Thursday, July 10, 2008
Update: The Wilmette Park District has reinstated an abbreviated run of Ragtime after previously canceling the summer production. The park district released a statement explaining the performance would be moved indoors. Below is an amended version of today's post.
Who would think that the musical Ragtime, winner of two Tony Awards, would have its production canceled two weeks prior to opening. This is exactly what happened to the Wilmette Park District's open-air production. The park's director cites the possibility that passers-by would hear some of the racially charged language and it would be taken out of context.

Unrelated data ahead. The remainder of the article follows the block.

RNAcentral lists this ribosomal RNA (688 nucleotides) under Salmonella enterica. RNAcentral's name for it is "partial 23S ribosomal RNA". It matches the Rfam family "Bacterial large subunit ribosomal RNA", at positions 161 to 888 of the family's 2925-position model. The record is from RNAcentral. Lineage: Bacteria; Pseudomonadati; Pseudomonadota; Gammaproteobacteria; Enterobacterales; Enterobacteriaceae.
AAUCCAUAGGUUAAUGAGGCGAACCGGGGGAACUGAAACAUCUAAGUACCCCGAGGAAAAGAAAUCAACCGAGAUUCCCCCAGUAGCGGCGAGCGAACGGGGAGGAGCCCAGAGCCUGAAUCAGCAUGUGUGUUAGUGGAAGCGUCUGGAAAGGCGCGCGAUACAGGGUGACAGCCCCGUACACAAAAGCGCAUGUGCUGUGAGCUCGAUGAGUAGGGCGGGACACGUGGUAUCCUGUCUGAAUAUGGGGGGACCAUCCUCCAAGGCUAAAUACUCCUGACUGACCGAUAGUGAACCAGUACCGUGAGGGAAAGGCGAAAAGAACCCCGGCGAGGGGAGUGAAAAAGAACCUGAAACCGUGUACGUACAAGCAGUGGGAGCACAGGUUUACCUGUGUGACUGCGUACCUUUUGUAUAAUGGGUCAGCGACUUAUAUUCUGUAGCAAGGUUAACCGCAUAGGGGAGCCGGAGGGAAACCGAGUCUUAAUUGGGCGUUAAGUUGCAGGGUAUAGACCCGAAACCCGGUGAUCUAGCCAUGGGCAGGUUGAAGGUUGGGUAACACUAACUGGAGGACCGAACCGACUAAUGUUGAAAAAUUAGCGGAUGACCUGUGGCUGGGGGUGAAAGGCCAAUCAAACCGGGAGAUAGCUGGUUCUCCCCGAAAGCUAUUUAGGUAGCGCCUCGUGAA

Read the Sun-Times and Tribune articles.
No one involved in the selection of the show had read the script in its entirety when the show was chosen and the rights were purchased in January. These events still should make us consider the following question:
As theatre artists, what responsibilities do we have to our audiences?
1) I applaud the Park District for having the decency to not force their production on any of the passers-by. Thank you for taking this responsibility. Especially in light of this blog's consideration of what makes theatre and what is the connection between artist and audience, this is a very big decision.
2) Not reading a script is blatant mismanagement. It is disrespectful to your audience.
3) Finally, what responsibility do we, as theatre artist, have to present our audience provocative material? Is this a missed opportunity to educate and enlighten as opposed to simply entertaining our audience? I guess it comes down to an organization's mission.